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Sen. Rand Paul Courts Democrats to Force Vote on Saudi Arms Sale

The Republican senator aims to file a motion banning the Biden administration’s first major missile sale to Saudi Arabia. Democrats are hesitant to join him.
Sen. Rand Paul, R-Ky., told The Intercept on Tuesday that he will most likely force a floor vote on the Biden White House’s first major arms sale to Saudi Arabia and is seeking out Democrats to co-sponsor a resolution.

The vote would test senators’ positions on a $650 million export of 280 Raytheon-built Advanced Medium-Range Air-to-Air Missiles, or AMRAAMs, and 596 missile launchers. The Pentagon notified Congress on November 4 that the State Department had approved the sale, giving lawmakers 30 days to issue a ban.

Paul said he spoke directly with fellow arms sale skeptic Sen. Chris Murphy, D-Conn., about the deal on Tuesday. He told Murphy that he’s “very interested” and “in all likelihood” will file a privileged motion to stop the export — guaranteeing an immediate floor vote on a resolution of disapproval. The move would follow a joint resolution Rep. Ilhan Omar, D-Minn., introduced last week to block the sale. (Unlike in the case of Paul’s Senate motion, House rules do not assure her resolution gets an expedited vote.)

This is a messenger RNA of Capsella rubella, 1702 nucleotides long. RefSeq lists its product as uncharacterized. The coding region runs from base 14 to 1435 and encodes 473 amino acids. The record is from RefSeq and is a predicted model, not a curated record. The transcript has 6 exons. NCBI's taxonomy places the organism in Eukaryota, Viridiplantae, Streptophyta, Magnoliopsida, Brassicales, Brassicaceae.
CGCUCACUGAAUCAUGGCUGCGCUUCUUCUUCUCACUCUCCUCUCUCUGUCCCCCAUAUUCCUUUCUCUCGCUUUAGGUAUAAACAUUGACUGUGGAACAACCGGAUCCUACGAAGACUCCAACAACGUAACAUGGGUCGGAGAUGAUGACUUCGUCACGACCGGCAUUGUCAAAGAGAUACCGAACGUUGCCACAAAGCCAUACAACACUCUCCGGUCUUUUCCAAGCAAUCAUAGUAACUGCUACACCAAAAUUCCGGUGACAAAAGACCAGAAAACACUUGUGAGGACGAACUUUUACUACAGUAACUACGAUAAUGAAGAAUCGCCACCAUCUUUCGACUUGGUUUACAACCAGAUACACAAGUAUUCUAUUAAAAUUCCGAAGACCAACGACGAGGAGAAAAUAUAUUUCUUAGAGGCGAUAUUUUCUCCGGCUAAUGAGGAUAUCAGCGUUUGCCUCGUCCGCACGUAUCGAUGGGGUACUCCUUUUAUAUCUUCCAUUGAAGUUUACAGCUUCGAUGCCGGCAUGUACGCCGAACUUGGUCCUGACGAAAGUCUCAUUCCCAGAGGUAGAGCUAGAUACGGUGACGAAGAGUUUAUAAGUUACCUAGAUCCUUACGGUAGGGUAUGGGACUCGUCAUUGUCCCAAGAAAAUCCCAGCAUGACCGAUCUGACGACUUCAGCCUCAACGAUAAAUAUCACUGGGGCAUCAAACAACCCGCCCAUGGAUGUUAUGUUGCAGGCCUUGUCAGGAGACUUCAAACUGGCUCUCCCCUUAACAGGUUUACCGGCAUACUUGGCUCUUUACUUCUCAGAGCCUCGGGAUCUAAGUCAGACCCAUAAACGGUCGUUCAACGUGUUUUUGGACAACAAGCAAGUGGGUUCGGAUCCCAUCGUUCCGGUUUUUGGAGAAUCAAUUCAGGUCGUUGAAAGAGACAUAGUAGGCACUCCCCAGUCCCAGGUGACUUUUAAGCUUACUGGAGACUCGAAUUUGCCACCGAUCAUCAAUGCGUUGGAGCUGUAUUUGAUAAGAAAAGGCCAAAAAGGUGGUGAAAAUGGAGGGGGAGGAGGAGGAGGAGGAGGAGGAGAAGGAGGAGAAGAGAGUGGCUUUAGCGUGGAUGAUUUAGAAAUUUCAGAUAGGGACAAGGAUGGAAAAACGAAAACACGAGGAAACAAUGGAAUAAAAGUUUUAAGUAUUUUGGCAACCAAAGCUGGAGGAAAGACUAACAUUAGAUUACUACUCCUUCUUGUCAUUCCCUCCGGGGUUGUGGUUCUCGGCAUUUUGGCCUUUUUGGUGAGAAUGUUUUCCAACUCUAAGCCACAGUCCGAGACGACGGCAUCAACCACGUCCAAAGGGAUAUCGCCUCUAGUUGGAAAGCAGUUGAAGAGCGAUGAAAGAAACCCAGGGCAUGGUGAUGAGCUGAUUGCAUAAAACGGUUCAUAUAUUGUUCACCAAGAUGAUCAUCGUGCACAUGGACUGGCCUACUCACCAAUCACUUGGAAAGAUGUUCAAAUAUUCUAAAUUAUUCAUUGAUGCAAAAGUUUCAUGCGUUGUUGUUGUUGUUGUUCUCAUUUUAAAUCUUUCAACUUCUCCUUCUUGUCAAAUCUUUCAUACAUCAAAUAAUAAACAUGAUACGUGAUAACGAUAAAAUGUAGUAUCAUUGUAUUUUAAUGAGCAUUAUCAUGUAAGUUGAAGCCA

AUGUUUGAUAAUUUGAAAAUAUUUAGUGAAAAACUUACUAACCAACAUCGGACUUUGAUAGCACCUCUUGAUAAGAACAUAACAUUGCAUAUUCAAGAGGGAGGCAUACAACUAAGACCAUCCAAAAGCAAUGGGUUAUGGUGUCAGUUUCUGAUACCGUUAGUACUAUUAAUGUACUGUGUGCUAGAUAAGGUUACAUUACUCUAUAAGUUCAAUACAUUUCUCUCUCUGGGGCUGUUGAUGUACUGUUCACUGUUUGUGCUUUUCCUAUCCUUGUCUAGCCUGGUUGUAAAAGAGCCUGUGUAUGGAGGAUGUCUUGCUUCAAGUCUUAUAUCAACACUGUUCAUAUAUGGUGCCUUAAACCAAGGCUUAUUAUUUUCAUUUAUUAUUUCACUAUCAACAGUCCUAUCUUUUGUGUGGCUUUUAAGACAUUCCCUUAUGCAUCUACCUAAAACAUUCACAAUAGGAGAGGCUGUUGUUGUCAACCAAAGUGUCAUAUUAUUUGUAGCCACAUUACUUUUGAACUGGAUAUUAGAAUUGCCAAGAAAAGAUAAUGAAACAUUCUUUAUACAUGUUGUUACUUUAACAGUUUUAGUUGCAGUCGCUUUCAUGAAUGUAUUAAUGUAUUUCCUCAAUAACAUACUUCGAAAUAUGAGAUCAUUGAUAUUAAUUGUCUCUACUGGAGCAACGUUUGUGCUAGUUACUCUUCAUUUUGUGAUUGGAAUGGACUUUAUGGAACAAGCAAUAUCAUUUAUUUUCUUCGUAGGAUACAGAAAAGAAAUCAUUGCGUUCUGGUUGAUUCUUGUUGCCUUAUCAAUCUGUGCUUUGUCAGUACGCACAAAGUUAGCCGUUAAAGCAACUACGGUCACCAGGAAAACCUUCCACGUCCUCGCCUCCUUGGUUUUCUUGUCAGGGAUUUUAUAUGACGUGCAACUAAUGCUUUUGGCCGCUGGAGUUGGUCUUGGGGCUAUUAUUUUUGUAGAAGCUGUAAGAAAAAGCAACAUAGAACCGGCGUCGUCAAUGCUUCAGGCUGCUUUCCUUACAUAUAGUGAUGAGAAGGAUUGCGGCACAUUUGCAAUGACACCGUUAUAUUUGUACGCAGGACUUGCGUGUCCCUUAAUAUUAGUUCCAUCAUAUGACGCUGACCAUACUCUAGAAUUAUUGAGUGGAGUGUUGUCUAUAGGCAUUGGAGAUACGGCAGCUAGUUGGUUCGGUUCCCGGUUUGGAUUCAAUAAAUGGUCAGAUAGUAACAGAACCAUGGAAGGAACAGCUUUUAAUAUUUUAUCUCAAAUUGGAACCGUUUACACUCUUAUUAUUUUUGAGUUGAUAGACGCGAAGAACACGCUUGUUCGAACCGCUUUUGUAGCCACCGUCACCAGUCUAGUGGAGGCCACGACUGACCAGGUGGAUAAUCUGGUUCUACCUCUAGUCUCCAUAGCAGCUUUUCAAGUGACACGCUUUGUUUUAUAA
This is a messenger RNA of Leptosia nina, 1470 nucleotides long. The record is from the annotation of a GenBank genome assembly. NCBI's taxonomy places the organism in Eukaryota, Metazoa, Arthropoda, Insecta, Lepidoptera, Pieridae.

Murphy told The Intercept that he has not yet made a decision on whether to back Paul’s motion. “My position generally has been to support truly defensive weapons sales to the Saudis, while opposing sales that could be used in offensive operations, particularly in Yemen,” he said.